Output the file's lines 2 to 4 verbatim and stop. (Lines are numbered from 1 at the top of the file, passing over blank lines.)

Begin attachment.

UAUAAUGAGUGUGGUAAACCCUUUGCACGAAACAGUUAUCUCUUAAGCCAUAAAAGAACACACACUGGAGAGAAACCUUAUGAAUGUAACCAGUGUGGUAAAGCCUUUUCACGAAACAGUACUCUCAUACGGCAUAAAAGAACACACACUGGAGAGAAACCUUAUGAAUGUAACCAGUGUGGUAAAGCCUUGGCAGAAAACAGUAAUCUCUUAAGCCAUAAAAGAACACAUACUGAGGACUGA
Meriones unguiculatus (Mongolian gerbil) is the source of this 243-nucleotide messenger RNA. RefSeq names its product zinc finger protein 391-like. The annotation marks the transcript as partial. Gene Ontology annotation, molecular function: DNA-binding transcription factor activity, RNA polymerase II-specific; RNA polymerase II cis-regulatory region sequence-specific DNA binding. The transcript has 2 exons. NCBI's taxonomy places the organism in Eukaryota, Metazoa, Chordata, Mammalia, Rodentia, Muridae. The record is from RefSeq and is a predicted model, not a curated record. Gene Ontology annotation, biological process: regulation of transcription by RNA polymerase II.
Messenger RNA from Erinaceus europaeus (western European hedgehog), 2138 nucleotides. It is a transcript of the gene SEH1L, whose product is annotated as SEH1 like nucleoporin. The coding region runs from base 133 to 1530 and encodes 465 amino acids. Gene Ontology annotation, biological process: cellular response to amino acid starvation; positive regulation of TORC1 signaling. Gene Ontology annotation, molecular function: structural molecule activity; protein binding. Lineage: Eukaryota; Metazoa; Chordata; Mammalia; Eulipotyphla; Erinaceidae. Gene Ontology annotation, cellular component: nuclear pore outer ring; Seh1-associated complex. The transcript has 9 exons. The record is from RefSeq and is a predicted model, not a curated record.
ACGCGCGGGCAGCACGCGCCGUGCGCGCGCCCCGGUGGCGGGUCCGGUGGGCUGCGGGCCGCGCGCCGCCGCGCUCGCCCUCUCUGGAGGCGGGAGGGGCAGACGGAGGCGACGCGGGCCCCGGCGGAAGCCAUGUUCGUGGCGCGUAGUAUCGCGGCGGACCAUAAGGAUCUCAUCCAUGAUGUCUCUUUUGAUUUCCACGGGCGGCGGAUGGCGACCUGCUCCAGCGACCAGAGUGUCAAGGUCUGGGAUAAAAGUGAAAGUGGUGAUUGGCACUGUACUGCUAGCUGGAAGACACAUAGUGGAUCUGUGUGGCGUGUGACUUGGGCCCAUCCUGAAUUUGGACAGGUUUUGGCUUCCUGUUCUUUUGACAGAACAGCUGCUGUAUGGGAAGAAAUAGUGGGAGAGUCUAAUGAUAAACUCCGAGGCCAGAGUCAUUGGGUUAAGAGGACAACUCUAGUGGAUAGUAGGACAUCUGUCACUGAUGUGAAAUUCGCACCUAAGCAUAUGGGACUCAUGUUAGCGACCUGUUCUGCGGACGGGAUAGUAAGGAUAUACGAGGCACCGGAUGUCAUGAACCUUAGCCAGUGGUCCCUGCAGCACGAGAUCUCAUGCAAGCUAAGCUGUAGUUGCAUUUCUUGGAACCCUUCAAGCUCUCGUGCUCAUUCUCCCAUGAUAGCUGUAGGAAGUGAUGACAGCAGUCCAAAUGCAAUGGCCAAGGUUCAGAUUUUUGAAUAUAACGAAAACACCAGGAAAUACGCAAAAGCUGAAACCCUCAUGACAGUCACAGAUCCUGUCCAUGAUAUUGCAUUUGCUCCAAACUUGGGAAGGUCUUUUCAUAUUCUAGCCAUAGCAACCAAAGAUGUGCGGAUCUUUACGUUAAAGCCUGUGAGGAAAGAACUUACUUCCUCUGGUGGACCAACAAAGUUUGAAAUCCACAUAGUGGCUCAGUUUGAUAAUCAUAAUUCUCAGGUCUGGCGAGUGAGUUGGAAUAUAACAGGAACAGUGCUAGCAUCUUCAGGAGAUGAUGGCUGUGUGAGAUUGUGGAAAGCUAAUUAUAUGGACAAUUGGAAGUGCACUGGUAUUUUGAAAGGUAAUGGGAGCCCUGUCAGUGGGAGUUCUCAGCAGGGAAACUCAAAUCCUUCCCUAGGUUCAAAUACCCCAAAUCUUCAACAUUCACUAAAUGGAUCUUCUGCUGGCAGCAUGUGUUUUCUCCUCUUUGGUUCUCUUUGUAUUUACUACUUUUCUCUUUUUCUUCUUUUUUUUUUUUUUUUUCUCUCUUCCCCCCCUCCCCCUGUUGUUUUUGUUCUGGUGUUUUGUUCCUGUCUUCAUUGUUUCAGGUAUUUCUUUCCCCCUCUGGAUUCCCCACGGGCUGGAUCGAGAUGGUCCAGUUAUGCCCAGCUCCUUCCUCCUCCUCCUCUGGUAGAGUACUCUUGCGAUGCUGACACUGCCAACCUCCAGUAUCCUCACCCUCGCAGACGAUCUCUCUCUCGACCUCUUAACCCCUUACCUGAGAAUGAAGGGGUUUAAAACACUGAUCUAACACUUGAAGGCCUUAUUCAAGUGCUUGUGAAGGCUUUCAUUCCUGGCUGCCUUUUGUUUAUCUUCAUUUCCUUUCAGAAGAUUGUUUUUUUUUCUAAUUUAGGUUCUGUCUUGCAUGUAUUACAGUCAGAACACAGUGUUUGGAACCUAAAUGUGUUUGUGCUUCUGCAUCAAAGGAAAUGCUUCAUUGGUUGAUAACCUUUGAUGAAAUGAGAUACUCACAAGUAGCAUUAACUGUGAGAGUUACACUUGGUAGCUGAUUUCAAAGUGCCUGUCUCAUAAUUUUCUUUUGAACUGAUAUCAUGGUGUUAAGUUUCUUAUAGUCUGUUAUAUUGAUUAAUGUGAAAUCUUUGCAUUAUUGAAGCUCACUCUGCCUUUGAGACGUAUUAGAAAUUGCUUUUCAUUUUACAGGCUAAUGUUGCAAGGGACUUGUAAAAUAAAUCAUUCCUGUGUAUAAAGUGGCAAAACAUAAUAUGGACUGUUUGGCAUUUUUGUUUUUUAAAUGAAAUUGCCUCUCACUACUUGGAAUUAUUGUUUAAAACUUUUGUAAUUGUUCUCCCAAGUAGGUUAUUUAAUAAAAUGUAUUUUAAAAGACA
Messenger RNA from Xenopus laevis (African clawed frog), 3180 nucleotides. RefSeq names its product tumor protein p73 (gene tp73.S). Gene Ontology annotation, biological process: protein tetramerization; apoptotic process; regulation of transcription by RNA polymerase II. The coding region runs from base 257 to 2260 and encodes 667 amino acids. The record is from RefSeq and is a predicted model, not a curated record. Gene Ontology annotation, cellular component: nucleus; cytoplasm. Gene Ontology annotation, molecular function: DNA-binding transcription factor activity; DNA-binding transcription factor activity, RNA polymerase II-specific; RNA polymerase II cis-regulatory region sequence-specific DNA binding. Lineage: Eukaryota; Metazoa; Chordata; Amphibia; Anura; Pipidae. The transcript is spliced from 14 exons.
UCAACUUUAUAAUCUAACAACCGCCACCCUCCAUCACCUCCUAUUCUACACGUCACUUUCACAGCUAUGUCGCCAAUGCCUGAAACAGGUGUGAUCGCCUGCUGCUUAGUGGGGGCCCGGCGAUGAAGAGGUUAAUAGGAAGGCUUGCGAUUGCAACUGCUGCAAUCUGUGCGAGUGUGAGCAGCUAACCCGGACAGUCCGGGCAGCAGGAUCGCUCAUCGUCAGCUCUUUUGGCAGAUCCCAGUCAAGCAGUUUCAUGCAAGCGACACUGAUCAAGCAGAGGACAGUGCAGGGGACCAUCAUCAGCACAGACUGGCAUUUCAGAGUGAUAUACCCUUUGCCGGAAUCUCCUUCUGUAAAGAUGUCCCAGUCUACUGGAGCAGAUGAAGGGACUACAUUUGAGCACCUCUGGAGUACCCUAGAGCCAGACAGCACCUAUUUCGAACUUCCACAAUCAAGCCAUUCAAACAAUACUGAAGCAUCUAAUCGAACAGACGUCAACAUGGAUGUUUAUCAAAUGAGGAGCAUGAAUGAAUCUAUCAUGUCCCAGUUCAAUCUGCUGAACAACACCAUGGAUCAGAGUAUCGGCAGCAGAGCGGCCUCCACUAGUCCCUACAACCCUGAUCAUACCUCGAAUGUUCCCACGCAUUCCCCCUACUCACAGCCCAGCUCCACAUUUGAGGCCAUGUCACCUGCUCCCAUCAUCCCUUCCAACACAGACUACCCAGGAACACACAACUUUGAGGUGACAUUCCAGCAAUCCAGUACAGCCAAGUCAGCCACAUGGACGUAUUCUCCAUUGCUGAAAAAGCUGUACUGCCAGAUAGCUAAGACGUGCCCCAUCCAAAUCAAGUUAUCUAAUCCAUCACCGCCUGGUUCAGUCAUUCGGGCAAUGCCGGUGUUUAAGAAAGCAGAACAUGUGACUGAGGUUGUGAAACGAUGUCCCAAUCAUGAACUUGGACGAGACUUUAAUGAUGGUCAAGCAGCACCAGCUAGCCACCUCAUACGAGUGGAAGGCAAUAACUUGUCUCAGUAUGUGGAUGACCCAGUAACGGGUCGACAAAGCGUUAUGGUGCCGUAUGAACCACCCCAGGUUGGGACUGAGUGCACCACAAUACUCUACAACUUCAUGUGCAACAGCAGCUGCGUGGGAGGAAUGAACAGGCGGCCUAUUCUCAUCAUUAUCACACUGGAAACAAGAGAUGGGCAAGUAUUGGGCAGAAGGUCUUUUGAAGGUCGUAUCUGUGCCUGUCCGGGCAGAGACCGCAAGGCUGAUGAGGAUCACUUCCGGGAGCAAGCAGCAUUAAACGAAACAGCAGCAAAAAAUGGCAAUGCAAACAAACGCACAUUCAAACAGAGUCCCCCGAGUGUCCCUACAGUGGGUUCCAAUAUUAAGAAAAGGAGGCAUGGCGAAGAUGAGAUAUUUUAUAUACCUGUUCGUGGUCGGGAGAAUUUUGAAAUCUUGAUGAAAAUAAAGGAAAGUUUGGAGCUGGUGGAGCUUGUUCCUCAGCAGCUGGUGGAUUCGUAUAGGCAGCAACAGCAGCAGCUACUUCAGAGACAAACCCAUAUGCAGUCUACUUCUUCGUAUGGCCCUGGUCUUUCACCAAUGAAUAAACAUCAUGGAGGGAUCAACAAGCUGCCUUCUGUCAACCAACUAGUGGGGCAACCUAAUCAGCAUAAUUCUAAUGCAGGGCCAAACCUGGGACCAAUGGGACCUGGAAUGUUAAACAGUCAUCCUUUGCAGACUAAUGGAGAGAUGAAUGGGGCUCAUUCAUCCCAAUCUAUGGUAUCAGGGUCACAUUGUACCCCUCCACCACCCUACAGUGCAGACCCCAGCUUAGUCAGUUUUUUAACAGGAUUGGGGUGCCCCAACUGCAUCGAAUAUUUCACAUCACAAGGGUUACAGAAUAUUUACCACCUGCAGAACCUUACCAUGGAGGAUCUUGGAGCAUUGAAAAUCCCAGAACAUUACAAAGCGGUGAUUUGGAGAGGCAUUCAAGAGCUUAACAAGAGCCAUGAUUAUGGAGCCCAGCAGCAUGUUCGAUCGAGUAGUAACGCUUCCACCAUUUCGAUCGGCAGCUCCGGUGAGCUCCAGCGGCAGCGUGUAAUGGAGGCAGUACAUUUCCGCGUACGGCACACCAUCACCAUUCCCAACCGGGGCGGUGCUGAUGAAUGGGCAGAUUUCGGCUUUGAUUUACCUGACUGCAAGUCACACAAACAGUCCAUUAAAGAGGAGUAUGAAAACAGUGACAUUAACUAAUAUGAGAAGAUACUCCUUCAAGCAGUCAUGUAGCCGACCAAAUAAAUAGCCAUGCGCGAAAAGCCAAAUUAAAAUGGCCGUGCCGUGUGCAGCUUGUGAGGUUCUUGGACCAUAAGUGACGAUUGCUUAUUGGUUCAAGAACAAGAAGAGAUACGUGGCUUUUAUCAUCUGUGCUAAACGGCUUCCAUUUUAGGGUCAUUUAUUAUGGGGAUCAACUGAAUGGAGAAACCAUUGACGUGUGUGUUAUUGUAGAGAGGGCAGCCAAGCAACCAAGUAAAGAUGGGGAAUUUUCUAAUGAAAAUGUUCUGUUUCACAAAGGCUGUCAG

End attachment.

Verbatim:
Meriones unguiculatus (Mongolian gerbil) is the source of this 243-nucleotide messenger RNA. RefSeq names its product zinc finger protein 391-like. The annotation marks the transcript as partial. Gene Ontology annotation, molecular function: DNA-binding transcription factor activity, RNA polymerase II-specific; RNA polymerase II cis-regulatory region sequence-specific DNA binding. The transcript has 2 exons. NCBI's taxonomy places the organism in Eukaryota, Metazoa, Chordata, Mammalia, Rodentia, Muridae. The record is from RefSeq and is a predicted model, not a curated record. Gene Ontology annotation, biological process: regulation of transcription by RNA polymerase II.
Messenger RNA from Erinaceus europaeus (western European hedgehog), 2138 nucleotides. It is a transcript of the gene SEH1L, whose product is annotated as SEH1 like nucleoporin. The coding region runs from base 133 to 1530 and encodes 465 amino acids. Gene Ontology annotation, biological process: cellular response to amino acid starvation; positive regulation of TORC1 signaling. Gene Ontology annotation, molecular function: structural molecule activity; protein binding. Lineage: Eukaryota; Metazoa; Chordata; Mammalia; Eulipotyphla; Erinaceidae. Gene Ontology annotation, cellular component: nuclear pore outer ring; Seh1-associated complex. The transcript has 9 exons. The record is from RefSeq and is a predicted model, not a curated record.
ACGCGCGGGCAGCACGCGCCGUGCGCGCGCCCCGGUGGCGGGUCCGGUGGGCUGCGGGCCGCGCGCCGCCGCGCUCGCCCUCUCUGGAGGCGGGAGGGGCAGACGGAGGCGACGCGGGCCCCGGCGGAAGCCAUGUUCGUGGCGCGUAGUAUCGCGGCGGACCAUAAGGAUCUCAUCCAUGAUGUCUCUUUUGAUUUCCACGGGCGGCGGAUGGCGACCUGCUCCAGCGACCAGAGUGUCAAGGUCUGGGAUAAAAGUGAAAGUGGUGAUUGGCACUGUACUGCUAGCUGGAAGACACAUAGUGGAUCUGUGUGGCGUGUGACUUGGGCCCAUCCUGAAUUUGGACAGGUUUUGGCUUCCUGUUCUUUUGACAGAACAGCUGCUGUAUGGGAAGAAAUAGUGGGAGAGUCUAAUGAUAAACUCCGAGGCCAGAGUCAUUGGGUUAAGAGGACAACUCUAGUGGAUAGUAGGACAUCUGUCACUGAUGUGAAAUUCGCACCUAAGCAUAUGGGACUCAUGUUAGCGACCUGUUCUGCGGACGGGAUAGUAAGGAUAUACGAGGCACCGGAUGUCAUGAACCUUAGCCAGUGGUCCCUGCAGCACGAGAUCUCAUGCAAGCUAAGCUGUAGUUGCAUUUCUUGGAACCCUUCAAGCUCUCGUGCUCAUUCUCCCAUGAUAGCUGUAGGAAGUGAUGACAGCAGUCCAAAUGCAAUGGCCAAGGUUCAGAUUUUUGAAUAUAACGAAAACACCAGGAAAUACGCAAAAGCUGAAACCCUCAUGACAGUCACAGAUCCUGUCCAUGAUAUUGCAUUUGCUCCAAACUUGGGAAGGUCUUUUCAUAUUCUAGCCAUAGCAACCAAAGAUGUGCGGAUCUUUACGUUAAAGCCUGUGAGGAAAGAACUUACUUCCUCUGGUGGACCAACAAAGUUUGAAAUCCACAUAGUGGCUCAGUUUGAUAAUCAUAAUUCUCAGGUCUGGCGAGUGAGUUGGAAUAUAACAGGAACAGUGCUAGCAUCUUCAGGAGAUGAUGGCUGUGUGAGAUUGUGGAAAGCUAAUUAUAUGGACAAUUGGAAGUGCACUGGUAUUUUGAAAGGUAAUGGGAGCCCUGUCAGUGGGAGUUCUCAGCAGGGAAACUCAAAUCCUUCCCUAGGUUCAAAUACCCCAAAUCUUCAACAUUCACUAAAUGGAUCUUCUGCUGGCAGCAUGUGUUUUCUCCUCUUUGGUUCUCUUUGUAUUUACUACUUUUCUCUUUUUCUUCUUUUUUUUUUUUUUUUUCUCUCUUCCCCCCCUCCCCCUGUUGUUUUUGUUCUGGUGUUUUGUUCCUGUCUUCAUUGUUUCAGGUAUUUCUUUCCCCCUCUGGAUUCCCCACGGGCUGGAUCGAGAUGGUCCAGUUAUGCCCAGCUCCUUCCUCCUCCUCCUCUGGUAGAGUACUCUUGCGAUGCUGACACUGCCAACCUCCAGUAUCCUCACCCUCGCAGACGAUCUCUCUCUCGACCUCUUAACCCCUUACCUGAGAAUGAAGGGGUUUAAAACACUGAUCUAACACUUGAAGGCCUUAUUCAAGUGCUUGUGAAGGCUUUCAUUCCUGGCUGCCUUUUGUUUAUCUUCAUUUCCUUUCAGAAGAUUGUUUUUUUUUCUAAUUUAGGUUCUGUCUUGCAUGUAUUACAGUCAGAACACAGUGUUUGGAACCUAAAUGUGUUUGUGCUUCUGCAUCAAAGGAAAUGCUUCAUUGGUUGAUAACCUUUGAUGAAAUGAGAUACUCACAAGUAGCAUUAACUGUGAGAGUUACACUUGGUAGCUGAUUUCAAAGUGCCUGUCUCAUAAUUUUCUUUUGAACUGAUAUCAUGGUGUUAAGUUUCUUAUAGUCUGUUAUAUUGAUUAAUGUGAAAUCUUUGCAUUAUUGAAGCUCACUCUGCCUUUGAGACGUAUUAGAAAUUGCUUUUCAUUUUACAGGCUAAUGUUGCAAGGGACUUGUAAAAUAAAUCAUUCCUGUGUAUAAAGUGGCAAAACAUAAUAUGGACUGUUUGGCAUUUUUGUUUUUUAAAUGAAAUUGCCUCUCACUACUUGGAAUUAUUGUUUAAAACUUUUGUAAUUGUUCUCCCAAGUAGGUUAUUUAAUAAAAUGUAUUUUAAAAGACA